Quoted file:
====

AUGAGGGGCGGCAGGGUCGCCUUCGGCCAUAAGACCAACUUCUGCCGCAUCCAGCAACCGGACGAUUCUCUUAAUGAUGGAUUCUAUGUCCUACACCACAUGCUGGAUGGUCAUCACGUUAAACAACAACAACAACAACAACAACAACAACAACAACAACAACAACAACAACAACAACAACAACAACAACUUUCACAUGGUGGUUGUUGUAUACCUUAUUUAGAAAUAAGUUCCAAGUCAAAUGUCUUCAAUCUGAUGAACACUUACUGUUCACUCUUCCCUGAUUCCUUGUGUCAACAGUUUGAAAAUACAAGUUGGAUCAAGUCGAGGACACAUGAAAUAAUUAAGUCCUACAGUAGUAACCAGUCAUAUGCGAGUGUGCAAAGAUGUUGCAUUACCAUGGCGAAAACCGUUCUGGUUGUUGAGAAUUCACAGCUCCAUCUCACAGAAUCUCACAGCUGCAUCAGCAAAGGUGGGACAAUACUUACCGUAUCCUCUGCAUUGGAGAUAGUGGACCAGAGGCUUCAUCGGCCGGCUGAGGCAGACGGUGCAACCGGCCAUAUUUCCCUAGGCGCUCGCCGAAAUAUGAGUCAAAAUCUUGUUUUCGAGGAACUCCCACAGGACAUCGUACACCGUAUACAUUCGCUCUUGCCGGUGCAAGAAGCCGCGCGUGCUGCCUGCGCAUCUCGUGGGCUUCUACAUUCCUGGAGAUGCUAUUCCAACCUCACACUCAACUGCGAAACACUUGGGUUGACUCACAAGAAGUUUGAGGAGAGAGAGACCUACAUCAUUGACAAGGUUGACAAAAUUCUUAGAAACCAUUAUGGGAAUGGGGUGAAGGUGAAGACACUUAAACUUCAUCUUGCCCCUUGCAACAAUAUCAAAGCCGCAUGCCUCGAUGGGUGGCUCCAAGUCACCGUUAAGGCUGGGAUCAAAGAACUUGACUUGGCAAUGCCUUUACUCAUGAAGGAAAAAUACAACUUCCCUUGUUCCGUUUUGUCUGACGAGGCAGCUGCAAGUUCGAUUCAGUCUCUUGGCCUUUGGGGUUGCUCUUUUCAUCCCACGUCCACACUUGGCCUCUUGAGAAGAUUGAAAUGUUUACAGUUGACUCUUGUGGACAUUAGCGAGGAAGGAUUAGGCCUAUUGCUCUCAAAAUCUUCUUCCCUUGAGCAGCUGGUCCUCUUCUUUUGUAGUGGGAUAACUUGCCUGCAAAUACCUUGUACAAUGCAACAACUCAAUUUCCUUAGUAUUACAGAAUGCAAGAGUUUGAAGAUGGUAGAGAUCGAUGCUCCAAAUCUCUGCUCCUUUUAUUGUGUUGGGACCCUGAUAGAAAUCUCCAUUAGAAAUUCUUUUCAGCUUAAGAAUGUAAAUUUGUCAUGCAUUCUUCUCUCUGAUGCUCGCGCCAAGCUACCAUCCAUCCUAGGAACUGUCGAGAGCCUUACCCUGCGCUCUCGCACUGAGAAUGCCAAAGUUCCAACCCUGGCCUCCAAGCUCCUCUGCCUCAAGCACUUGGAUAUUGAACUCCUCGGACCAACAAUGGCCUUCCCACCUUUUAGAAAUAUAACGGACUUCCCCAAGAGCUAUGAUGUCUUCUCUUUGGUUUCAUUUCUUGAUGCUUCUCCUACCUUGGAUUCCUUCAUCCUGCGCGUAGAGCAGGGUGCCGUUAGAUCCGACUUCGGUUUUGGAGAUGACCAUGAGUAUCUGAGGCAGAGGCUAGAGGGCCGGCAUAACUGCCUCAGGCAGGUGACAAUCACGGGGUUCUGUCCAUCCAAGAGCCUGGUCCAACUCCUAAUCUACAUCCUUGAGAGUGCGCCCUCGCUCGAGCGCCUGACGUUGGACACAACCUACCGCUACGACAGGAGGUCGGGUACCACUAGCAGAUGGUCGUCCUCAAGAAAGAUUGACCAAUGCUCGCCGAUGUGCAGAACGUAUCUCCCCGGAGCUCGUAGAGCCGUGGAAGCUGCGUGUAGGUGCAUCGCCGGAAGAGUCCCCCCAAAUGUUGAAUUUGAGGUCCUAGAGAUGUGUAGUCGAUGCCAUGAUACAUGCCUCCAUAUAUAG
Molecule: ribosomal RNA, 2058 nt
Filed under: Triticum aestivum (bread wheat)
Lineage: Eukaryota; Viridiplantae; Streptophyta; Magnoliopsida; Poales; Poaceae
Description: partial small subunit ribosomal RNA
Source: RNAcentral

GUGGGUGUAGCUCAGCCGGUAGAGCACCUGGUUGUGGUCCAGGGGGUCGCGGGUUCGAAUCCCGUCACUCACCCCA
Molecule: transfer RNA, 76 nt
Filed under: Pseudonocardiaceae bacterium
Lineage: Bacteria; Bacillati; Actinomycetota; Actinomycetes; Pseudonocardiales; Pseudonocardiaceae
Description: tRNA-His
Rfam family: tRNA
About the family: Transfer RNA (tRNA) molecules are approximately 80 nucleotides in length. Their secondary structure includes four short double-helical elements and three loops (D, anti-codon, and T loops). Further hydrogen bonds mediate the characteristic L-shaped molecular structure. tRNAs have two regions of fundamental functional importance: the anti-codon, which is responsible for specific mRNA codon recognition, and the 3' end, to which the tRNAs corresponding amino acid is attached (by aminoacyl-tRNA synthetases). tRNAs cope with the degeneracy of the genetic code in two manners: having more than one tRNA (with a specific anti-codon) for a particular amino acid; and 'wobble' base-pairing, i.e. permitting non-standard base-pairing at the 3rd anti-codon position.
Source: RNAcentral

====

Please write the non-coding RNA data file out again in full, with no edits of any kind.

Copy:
AUGAGGGGCGGCAGGGUCGCCUUCGGCCAUAAGACCAACUUCUGCCGCAUCCAGCAACCGGACGAUUCUCUUAAUGAUGGAUUCUAUGUCCUACACCACAUGCUGGAUGGUCAUCACGUUAAACAACAACAACAACAACAACAACAACAACAACAACAACAACAACAACAACAACAACAACAACAACAACUUUCACAUGGUGGUUGUUGUAUACCUUAUUUAGAAAUAAGUUCCAAGUCAAAUGUCUUCAAUCUGAUGAACACUUACUGUUCACUCUUCCCUGAUUCCUUGUGUCAACAGUUUGAAAAUACAAGUUGGAUCAAGUCGAGGACACAUGAAAUAAUUAAGUCCUACAGUAGUAACCAGUCAUAUGCGAGUGUGCAAAGAUGUUGCAUUACCAUGGCGAAAACCGUUCUGGUUGUUGAGAAUUCACAGCUCCAUCUCACAGAAUCUCACAGCUGCAUCAGCAAAGGUGGGACAAUACUUACCGUAUCCUCUGCAUUGGAGAUAGUGGACCAGAGGCUUCAUCGGCCGGCUGAGGCAGACGGUGCAACCGGCCAUAUUUCCCUAGGCGCUCGCCGAAAUAUGAGUCAAAAUCUUGUUUUCGAGGAACUCCCACAGGACAUCGUACACCGUAUACAUUCGCUCUUGCCGGUGCAAGAAGCCGCGCGUGCUGCCUGCGCAUCUCGUGGGCUUCUACAUUCCUGGAGAUGCUAUUCCAACCUCACACUCAACUGCGAAACACUUGGGUUGACUCACAAGAAGUUUGAGGAGAGAGAGACCUACAUCAUUGACAAGGUUGACAAAAUUCUUAGAAACCAUUAUGGGAAUGGGGUGAAGGUGAAGACACUUAAACUUCAUCUUGCCCCUUGCAACAAUAUCAAAGCCGCAUGCCUCGAUGGGUGGCUCCAAGUCACCGUUAAGGCUGGGAUCAAAGAACUUGACUUGGCAAUGCCUUUACUCAUGAAGGAAAAAUACAACUUCCCUUGUUCCGUUUUGUCUGACGAGGCAGCUGCAAGUUCGAUUCAGUCUCUUGGCCUUUGGGGUUGCUCUUUUCAUCCCACGUCCACACUUGGCCUCUUGAGAAGAUUGAAAUGUUUACAGUUGACUCUUGUGGACAUUAGCGAGGAAGGAUUAGGCCUAUUGCUCUCAAAAUCUUCUUCCCUUGAGCAGCUGGUCCUCUUCUUUUGUAGUGGGAUAACUUGCCUGCAAAUACCUUGUACAAUGCAACAACUCAAUUUCCUUAGUAUUACAGAAUGCAAGAGUUUGAAGAUGGUAGAGAUCGAUGCUCCAAAUCUCUGCUCCUUUUAUUGUGUUGGGACCCUGAUAGAAAUCUCCAUUAGAAAUUCUUUUCAGCUUAAGAAUGUAAAUUUGUCAUGCAUUCUUCUCUCUGAUGCUCGCGCCAAGCUACCAUCCAUCCUAGGAACUGUCGAGAGCCUUACCCUGCGCUCUCGCACUGAGAAUGCCAAAGUUCCAACCCUGGCCUCCAAGCUCCUCUGCCUCAAGCACUUGGAUAUUGAACUCCUCGGACCAACAAUGGCCUUCCCACCUUUUAGAAAUAUAACGGACUUCCCCAAGAGCUAUGAUGUCUUCUCUUUGGUUUCAUUUCUUGAUGCUUCUCCUACCUUGGAUUCCUUCAUCCUGCGCGUAGAGCAGGGUGCCGUUAGAUCCGACUUCGGUUUUGGAGAUGACCAUGAGUAUCUGAGGCAGAGGCUAGAGGGCCGGCAUAACUGCCUCAGGCAGGUGACAAUCACGGGGUUCUGUCCAUCCAAGAGCCUGGUCCAACUCCUAAUCUACAUCCUUGAGAGUGCGCCCUCGCUCGAGCGCCUGACGUUGGACACAACCUACCGCUACGACAGGAGGUCGGGUACCACUAGCAGAUGGUCGUCCUCAAGAAAGAUUGACCAAUGCUCGCCGAUGUGCAGAACGUAUCUCCCCGGAGCUCGUAGAGCCGUGGAAGCUGCGUGUAGGUGCAUCGCCGGAAGAGUCCCCCCAAAUGUUGAAUUUGAGGUCCUAGAGAUGUGUAGUCGAUGCCAUGAUACAUGCCUCCAUAUAUAG
Molecule: ribosomal RNA, 2058 nt
Filed under: Triticum aestivum (bread wheat)
Lineage: Eukaryota; Viridiplantae; Streptophyta; Magnoliopsida; Poales; Poaceae
Description: partial small subunit ribosomal RNA
Source: RNAcentral

GUGGGUGUAGCUCAGCCGGUAGAGCACCUGGUUGUGGUCCAGGGGGUCGCGGGUUCGAAUCCCGUCACUCACCCCA
Molecule: transfer RNA, 76 nt
Filed under: Pseudonocardiaceae bacterium
Lineage: Bacteria; Bacillati; Actinomycetota; Actinomycetes; Pseudonocardiales; Pseudonocardiaceae
Description: tRNA-His
Rfam family: tRNA
About the family: Transfer RNA (tRNA) molecules are approximately 80 nucleotides in length. Their secondary structure includes four short double-helical elements and three loops (D, anti-codon, and T loops). Further hydrogen bonds mediate the characteristic L-shaped molecular structure. tRNAs have two regions of fundamental functional importance: the anti-codon, which is responsible for specific mRNA codon recognition, and the 3' end, to which the tRNAs corresponding amino acid is attached (by aminoacyl-tRNA synthetases). tRNAs cope with the degeneracy of the genetic code in two manners: having more than one tRNA (with a specific anti-codon) for a particular amino acid; and 'wobble' base-pairing, i.e. permitting non-standard base-pairing at the 3rd anti-codon position.
Source: RNAcentral